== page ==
Ask someone where they bank and they may tell you about the credit union on the corner or the megabank downtown. But ask them how they pay or get paid and they may also mention PayPal, Starbucks or Walmart.
Nontraditional entrants are changing the way products and services are offered and, potentially, the relationships you've built with your accountholders. Expectations & Experiences: Channels and New Entrants showed a significant jump in the number of people who are comfortable with using technology, payments, retail and social media companies to manage and move money.
The most recent quarterly consumer trends survey by Fiserv found more than half (55 percent) of people would be comfortable using a technology company, such as Apple or Google, for various types of financial transactions, compared to 40 percent of respondents in 2017. At the same time, use of traditional financial institutions for bill payments, loans, money management and other financial services remains steady.
No matter what, consumers want a consistent, easy and intuitive digital experience. As consumers grow more comfortable transacting with nonfinancial providers, financial institutions must work to differentiate their experience.
Here are four best practices for banks and credit unions:
Focus on the journey instead of the product or service. People expect to easily cross from one channel to the next without missing a beat. And at every touchpoint, financial institutions should offer what people need to make their lives easier.
Think of the account opening process, which may start on a mobile device or a laptop and end in the branch. When the account is open, people should have access to all of the components they need, including a new debit card, online banking and a mobile banking app.
Turn your organization's focus from purely transactional tasks to a greater emphasis on building relationships with your members or customers. Ensure staff members have a comprehensive understanding of the digital capabilities you offer to help ensure full access to every product and service.
When I realized my sister was paying bills via phone and paper checks, I gave her a quick tutorial on using online bill pay through her bank, saving her considerable time and hassle.
No one at my sister's bank thought to help her in the same way – to make her life easier. That kind of oversight is one reason technology companies are sometimes seen as more user friendly than financial institutions.
Data reveals insights, trends and patterns about how people are using your systems, processes and services. If my sister's bank had been using their data properly, they would have known she wasn't using online or mobile bill pay. At any time, they could have asked, “Can we take a few minutes to talk about how easy it is to pay bills online?”
Analyze your market, your data, everything around you. Use technology to enable an enterprise-wide, 360-degree view of customers and members. Data analytics helps financial institutions sift through information to better manage their business and better align products and services to meet consumers' changing expectations.
Offering emerging technologies such as voice banking and wearable capabilities can help your organization attract new digital banking users, expand into additional markets and stake a claim as an innovator. In the same way, artificial intelligence has the potential to transform banking, creating an experience that's better, faster and more affordable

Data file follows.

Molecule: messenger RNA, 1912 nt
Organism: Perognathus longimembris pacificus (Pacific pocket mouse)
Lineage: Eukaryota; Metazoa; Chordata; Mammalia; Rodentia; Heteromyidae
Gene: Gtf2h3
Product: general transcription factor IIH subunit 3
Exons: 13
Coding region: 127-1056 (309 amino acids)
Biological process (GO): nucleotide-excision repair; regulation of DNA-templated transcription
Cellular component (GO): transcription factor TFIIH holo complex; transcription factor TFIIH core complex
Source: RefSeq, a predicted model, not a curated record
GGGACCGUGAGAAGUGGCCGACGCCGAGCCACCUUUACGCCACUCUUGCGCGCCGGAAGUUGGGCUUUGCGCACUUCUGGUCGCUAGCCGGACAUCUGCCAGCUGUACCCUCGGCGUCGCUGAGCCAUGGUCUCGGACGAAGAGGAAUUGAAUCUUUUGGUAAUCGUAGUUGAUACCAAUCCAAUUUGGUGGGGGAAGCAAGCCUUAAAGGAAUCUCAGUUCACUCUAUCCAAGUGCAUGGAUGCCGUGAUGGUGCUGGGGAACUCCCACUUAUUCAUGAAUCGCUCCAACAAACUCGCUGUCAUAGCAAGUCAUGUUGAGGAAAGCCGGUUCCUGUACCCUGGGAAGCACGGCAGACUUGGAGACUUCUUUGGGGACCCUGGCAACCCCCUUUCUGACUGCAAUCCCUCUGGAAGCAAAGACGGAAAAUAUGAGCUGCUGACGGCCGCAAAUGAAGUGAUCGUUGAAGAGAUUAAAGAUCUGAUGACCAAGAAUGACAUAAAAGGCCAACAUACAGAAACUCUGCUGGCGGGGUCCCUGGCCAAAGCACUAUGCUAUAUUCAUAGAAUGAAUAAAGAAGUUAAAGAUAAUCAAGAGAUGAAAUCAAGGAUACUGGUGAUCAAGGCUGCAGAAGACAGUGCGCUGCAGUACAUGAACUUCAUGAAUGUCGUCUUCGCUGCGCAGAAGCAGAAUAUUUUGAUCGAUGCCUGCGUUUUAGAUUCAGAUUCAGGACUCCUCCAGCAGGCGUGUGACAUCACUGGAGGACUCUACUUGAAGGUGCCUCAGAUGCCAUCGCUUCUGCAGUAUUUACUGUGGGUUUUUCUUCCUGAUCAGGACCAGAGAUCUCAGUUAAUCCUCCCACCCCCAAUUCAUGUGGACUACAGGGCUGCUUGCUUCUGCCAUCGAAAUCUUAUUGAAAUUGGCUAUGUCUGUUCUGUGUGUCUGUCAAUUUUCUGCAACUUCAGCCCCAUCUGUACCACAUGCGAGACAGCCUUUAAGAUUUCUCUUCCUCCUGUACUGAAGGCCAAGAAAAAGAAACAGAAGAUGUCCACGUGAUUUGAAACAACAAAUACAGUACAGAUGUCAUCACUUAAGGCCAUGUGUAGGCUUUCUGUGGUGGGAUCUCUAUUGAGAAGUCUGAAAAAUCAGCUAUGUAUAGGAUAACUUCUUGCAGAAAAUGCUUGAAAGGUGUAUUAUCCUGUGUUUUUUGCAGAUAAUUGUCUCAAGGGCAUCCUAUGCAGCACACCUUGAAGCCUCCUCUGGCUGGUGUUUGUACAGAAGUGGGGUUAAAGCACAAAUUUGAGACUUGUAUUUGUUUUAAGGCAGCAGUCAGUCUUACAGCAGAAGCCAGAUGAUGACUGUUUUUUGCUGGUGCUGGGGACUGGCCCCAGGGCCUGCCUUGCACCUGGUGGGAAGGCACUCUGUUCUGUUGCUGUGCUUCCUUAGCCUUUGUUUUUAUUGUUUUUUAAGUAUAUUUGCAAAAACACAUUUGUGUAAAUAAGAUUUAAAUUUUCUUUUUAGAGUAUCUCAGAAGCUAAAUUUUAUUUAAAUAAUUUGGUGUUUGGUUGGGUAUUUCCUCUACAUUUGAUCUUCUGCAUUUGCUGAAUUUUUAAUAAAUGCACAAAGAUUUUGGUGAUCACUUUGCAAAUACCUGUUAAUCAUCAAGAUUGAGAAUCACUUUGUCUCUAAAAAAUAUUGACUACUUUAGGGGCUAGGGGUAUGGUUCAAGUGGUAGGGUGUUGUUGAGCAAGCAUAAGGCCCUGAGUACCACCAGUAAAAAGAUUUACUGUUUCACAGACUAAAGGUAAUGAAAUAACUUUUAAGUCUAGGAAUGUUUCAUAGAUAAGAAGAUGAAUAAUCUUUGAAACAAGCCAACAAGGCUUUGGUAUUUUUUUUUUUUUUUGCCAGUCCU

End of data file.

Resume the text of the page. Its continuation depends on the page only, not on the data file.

As consumers grow more comfortable transacting with nonfinancial providers, financial institutions must work to differentiate their experience.
Technology shouldn't just make things easy and convenient. It should also help your financial institution become an integral part of people's lives.
As banks and credit unions begin to fight for market share with new competitors, it's important to remember people remain most comfortable managing their finances with traditional financial institutions. For example, 84 percent of consumers would be comfortable using a traditional bank or credit union to transfer money. Just 34 percent are comfortable using a retail company like Amazon or Target to do the same thing.
Overall satisfaction with primary financial institutions remains high at 73 percent. A big part of that is the feelings of security people have when using various companies for transactions. When using a traditional bank or credit union, 92 percent of consumers feel secure, compared to payments companies (65 percent), technology companies (61 percent) and retail companies (38 percent).
And while a majority of consumers now prefer to interact with their primary financial organization via digital channels, the branch still matters. Of those with a nonvirtual primary financial organization, 52 percent have visited a traditional branch in the past month and 80 percent have visited a branch in the past six months.
The takeaway for financial institutions? Your brand is not your name or how long you've been in business; your brand is heavily tied to the experiences you offer. Focus on your accountholders' journeys and on your strengths, including secure, cross-channel capabilities. Form and strengthen deep, data-driven relationships with your customers and members. Find new ways to make their lives easier.
Interested in learning more? Read Banking on Experience: Financial Institutions focus on Digital Engagement as New Providers Gain Ground.